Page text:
1. Are you referring to Williams and Ferrari in 2016, (Germany?) and they exploded as a result … thus the addendum to the tyre regs?

      2. Fitting wrong sided tyres does affect performance as David Coulthards crash in Japan 1999 was caused by a front right tyre being on the left hand side

        1. That was during the tyre wars, each tyre was specifically made then, nowadays there is no difference from left to right.

      3. Current tires (tyres for UK reference) are built specifically for each corner of the car. Staggered or mismatched is a very probable safety hazard at high speed. Thus the penalty for mismatching … I can look up the reg if you need it.

      4. @braketurnaccelerate, normally the tyres are designed to be fitted on one side as, in more modern times, the tyres have been designed with an asymmetric carcass that is intended to be rotated in only one direction.

        There have therefore been instances of tyres failing and causing accidents when they were wrongly fitted on the wrong side of the car. Alex Wurz, for example, had an extremely high speed crash at Paul Ricard in testing when McLaren were sent a set of tyres which had the wrong markings on them, meaning that they mistakenly fitted the rear tyres onto the opposite side of the car they were meant to be fitted to.

        1. uhm … yeah. but thanks for the elaboration.

        2. Anon, My thanks for your comment.

  2. ”are required to return two sets of tyres before the end of first practice”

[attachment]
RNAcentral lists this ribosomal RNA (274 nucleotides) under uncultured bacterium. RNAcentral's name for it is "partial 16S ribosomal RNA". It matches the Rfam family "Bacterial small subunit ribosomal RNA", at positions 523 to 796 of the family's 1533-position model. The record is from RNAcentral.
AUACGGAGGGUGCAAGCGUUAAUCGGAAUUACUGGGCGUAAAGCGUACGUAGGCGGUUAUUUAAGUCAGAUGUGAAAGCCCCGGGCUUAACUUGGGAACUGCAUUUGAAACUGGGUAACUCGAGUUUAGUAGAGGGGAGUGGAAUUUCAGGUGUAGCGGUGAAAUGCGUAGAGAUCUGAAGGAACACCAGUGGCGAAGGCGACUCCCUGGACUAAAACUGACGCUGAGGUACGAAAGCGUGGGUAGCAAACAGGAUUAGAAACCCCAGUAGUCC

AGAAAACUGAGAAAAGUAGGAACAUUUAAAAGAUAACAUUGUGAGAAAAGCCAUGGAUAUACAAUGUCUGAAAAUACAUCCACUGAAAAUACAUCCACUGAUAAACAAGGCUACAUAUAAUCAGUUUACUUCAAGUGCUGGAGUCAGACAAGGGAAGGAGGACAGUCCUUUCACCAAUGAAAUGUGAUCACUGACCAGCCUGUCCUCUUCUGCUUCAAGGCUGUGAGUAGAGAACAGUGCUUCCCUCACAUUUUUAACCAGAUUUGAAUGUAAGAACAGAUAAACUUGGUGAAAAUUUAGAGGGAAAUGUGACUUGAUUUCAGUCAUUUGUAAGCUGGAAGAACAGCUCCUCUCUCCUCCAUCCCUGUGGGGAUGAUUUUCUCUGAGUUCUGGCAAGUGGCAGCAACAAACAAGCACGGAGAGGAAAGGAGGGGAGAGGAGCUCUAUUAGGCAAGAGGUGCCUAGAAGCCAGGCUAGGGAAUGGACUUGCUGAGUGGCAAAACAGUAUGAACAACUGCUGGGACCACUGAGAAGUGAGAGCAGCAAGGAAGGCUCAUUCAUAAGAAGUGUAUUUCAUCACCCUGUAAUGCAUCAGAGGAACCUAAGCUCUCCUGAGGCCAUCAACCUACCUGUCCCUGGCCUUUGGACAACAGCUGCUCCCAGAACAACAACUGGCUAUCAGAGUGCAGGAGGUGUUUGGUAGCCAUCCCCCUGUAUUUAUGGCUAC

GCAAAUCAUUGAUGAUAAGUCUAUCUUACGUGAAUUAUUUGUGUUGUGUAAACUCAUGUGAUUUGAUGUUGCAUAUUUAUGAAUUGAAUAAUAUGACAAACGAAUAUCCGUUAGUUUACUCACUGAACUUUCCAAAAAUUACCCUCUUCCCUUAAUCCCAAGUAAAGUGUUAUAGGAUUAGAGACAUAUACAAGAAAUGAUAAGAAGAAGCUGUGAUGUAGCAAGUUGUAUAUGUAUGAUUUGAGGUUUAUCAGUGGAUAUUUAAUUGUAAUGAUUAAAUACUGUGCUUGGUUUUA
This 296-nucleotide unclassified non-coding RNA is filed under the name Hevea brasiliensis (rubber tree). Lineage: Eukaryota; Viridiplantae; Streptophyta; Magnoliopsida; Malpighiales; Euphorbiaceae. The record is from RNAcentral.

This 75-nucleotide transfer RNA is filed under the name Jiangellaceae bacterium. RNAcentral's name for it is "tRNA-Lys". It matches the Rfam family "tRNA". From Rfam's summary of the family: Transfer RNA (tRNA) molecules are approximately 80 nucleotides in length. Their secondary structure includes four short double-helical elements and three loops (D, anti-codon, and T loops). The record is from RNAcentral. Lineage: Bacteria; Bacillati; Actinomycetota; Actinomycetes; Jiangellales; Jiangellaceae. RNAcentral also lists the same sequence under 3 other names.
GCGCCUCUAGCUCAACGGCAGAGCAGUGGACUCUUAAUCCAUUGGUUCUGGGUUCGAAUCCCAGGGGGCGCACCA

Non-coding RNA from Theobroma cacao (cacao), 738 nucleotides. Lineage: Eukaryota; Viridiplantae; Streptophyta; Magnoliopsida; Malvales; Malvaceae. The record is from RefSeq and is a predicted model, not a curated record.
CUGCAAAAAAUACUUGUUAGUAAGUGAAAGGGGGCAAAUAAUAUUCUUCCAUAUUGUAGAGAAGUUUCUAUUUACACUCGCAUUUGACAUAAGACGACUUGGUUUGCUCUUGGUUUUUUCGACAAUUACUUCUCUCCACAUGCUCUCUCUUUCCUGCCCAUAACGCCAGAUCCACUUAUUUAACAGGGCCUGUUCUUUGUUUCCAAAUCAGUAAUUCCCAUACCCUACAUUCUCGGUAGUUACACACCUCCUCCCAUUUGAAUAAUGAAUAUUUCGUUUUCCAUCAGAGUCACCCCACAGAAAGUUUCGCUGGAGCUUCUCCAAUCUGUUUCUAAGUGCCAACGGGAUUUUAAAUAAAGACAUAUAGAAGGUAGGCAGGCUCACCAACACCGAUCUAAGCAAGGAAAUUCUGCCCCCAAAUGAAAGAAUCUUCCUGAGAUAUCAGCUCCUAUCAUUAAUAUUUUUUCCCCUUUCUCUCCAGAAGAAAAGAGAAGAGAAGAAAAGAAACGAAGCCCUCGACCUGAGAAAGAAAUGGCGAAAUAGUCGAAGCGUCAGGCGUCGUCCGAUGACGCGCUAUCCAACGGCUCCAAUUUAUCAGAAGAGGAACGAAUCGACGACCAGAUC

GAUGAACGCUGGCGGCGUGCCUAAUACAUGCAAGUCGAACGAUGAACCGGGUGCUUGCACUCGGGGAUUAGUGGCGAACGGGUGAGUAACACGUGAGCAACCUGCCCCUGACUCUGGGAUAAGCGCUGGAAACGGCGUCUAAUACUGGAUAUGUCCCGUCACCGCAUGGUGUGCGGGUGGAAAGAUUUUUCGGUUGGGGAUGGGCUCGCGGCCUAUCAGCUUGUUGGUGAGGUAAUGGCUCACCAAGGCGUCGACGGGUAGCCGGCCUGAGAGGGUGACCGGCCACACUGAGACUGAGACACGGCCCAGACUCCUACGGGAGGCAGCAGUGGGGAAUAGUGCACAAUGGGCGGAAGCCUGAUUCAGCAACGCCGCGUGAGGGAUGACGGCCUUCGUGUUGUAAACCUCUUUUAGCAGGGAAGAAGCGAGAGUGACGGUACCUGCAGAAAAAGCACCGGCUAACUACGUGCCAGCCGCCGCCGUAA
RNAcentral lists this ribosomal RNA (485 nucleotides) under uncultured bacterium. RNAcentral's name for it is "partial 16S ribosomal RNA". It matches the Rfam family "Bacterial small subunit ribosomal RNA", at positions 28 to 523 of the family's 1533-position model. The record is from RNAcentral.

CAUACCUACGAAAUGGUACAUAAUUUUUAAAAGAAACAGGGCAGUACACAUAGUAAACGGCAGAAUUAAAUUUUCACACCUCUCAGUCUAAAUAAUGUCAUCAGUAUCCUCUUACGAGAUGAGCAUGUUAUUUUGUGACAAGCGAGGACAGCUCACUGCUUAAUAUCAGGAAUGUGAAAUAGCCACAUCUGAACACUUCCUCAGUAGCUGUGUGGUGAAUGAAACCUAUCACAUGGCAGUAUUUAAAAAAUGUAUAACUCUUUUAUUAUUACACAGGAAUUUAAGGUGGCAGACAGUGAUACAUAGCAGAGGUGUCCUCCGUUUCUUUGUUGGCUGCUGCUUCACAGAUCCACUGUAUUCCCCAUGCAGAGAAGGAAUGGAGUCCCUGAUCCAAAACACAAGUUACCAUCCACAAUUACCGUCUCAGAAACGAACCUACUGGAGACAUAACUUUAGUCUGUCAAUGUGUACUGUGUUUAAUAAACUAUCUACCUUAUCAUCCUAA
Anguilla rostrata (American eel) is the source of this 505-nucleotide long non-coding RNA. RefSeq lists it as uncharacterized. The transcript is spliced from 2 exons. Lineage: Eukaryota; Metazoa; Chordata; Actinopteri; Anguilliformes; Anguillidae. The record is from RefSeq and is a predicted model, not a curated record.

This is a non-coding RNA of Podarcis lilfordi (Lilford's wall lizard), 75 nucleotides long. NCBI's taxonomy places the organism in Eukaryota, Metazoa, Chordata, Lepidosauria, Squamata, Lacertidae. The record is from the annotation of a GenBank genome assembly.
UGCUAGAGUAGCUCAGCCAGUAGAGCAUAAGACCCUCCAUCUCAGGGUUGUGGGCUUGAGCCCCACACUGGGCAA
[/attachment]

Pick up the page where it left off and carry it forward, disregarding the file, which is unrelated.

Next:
– To my knowledge, this rule actually applies to all the practice sessions, i.e., the teams are required to return two sets after each practice session of any given race weekend, so a total of six out of the maximum 13 they’re given for each race weekend to be precise. This means that each driver has got seven sets left for both the qualifying and the race.

    1. 13 sets per car (Drys per weekend) , 1 set replaced per practice, so … use 3 sets in FP1, you still have 11 set new, 2 used. Leaves you 11 new. FP2 -> same … leaving 9 new, FP3 , 7 new, Qually leaves you 4 new for the race. All Ideal conditions. Most teams gamble and leave only 2 or 3 the race.

  3. Is that the same as having two left feet?

    Also, how come putting 2 of the same tyre on a car is 10k fine, but releasing the car without the wheels properly attached and in a dangerous condition is 5k? Because clearly that makes loads of sense…

    1. I guess it is suspended so they may not have to pay it after all, but come on…

      1. won’t have to pay until they do it again.
        see my post above …. Tyres are made specifically for each corner of the car … It is dangerous to have a mismatch at high speed.

    2. @hugh11, in the case of Ericsson, I think that they chose to reduce the penalty because both Ericsson and the team acted to stop the car so quickly (he’d only travelled a few metres down the pit lane), perhaps being a reason for mitigating the fault.

      I suppose that, in theory, a team could use it as a means of getting a slight advantage – the front left tyre is usually the one that limits performance at the Hungaroring, and there are certain sets of tyres that can only be used in the first practise session. It might be possible to organise it such that you ended up with an extra front left tyre that was unused, which could give you a slight advantage if you then ran that in the race (it would mitigate the impact of having to use a scrubbed set if you normally would only have had used tyres left).

      It is also the case that the penalty levied here (a €10,000 fine) is exactly the same as the penalties that Williams received last year for making a similar mistake, so it does look as if the stewards are being fairly consistent with that penalty.